Two days after White Sox manager Tony La Russa shared his intention to return to the dugout in 2022 so long as his players and team brass wanted him back, All-Star shortstop and team leader Tim Anderson on Thursday shared his support for La Russa.
“I want him to be back,” Anderson said. “At the end of the day, my decision doesn't really matter. I guess it all depends on what the front office thinks. Speaking from a player’s standpoint, for sure, I want him in. He did a great job the way he managed and just being open to us. We did what he wanted us to do, which was go out and play hard for him and giving everything we got. So I was very pleased with him.”
La Russa, 77, is under contract in 2022, and the full expectation is that he’ll return to lead the White Sox. He was hired in October 2020 for a second stint as White Sox manager, then led Chicago to a 93-69 mark and American League Central title in the regular season before his club was knocked out by Houston in four games in the AL Division Series.
“I couldn't be happier than what he did,” Anderson said of La Russa’s managerial style. “The relationships were great overall with the players. Everybody was just getting along with him. I think he came in and did what he was supposed to do. Hopefully he will step back in and continue to push us next year. He can continue to make those good decisions he did. I think he did a great job overall. I was very pleased how he handled (the job).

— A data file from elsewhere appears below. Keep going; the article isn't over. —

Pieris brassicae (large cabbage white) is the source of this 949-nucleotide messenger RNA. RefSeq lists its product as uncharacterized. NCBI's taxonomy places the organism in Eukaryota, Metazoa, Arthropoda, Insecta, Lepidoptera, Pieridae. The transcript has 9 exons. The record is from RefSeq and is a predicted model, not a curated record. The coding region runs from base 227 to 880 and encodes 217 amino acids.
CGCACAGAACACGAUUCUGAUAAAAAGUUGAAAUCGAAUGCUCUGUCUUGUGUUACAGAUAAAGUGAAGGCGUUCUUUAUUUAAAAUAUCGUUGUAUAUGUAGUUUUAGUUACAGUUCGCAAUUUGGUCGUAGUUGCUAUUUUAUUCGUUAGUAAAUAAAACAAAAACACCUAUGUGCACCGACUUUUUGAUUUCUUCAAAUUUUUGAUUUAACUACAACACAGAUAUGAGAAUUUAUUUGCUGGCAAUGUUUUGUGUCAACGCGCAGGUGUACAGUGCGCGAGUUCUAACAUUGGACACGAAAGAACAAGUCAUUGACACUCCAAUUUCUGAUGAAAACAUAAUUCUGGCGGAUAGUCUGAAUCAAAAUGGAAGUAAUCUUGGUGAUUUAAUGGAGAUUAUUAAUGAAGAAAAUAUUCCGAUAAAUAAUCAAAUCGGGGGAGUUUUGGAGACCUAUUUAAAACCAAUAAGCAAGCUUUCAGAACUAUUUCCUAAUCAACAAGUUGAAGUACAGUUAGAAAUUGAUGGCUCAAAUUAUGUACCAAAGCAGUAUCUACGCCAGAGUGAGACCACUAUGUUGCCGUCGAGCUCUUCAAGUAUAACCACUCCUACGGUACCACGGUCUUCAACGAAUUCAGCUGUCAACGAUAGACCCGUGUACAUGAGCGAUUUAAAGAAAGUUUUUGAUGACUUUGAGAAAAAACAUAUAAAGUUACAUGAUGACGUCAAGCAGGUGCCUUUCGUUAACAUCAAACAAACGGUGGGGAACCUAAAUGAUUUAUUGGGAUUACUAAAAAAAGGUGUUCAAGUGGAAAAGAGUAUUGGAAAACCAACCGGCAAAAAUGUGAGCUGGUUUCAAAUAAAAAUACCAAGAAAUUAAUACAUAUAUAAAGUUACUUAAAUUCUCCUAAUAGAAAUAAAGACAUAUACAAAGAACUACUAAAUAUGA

“He had a huge impact. Everyone thought we would not get along. But the fact is we were talking behind the scenes the whole time. The players conversed about things, and he made that known. I think he did a great job coming in and being a part of what we want to do.”
As for losing to the Astros, Anderson called them the “better ballclub” and cited clutch hits and consistent at-bats as the reason for the result. Despite the White Sox having championship expectations before suffering a disappointing ending, Anderson thought their season was a success.
“Overall, I think it was a positive season,” Anderson said. “We won a division, which didn't happen last year. We also brought two playoff games to Chicago, and that didn't happen last year. It's just another step to where we are trying to get to. We just have to trust and believe in that process. Overall as I said, it was a huge step and we certainly competed all season through injuries and just getting to where we ended up says a lot about the ballclub.”
Bruce Levine covers the Cubs and White Sox for 670 The Score. Follow him on Twitter @MLBBruceLevine.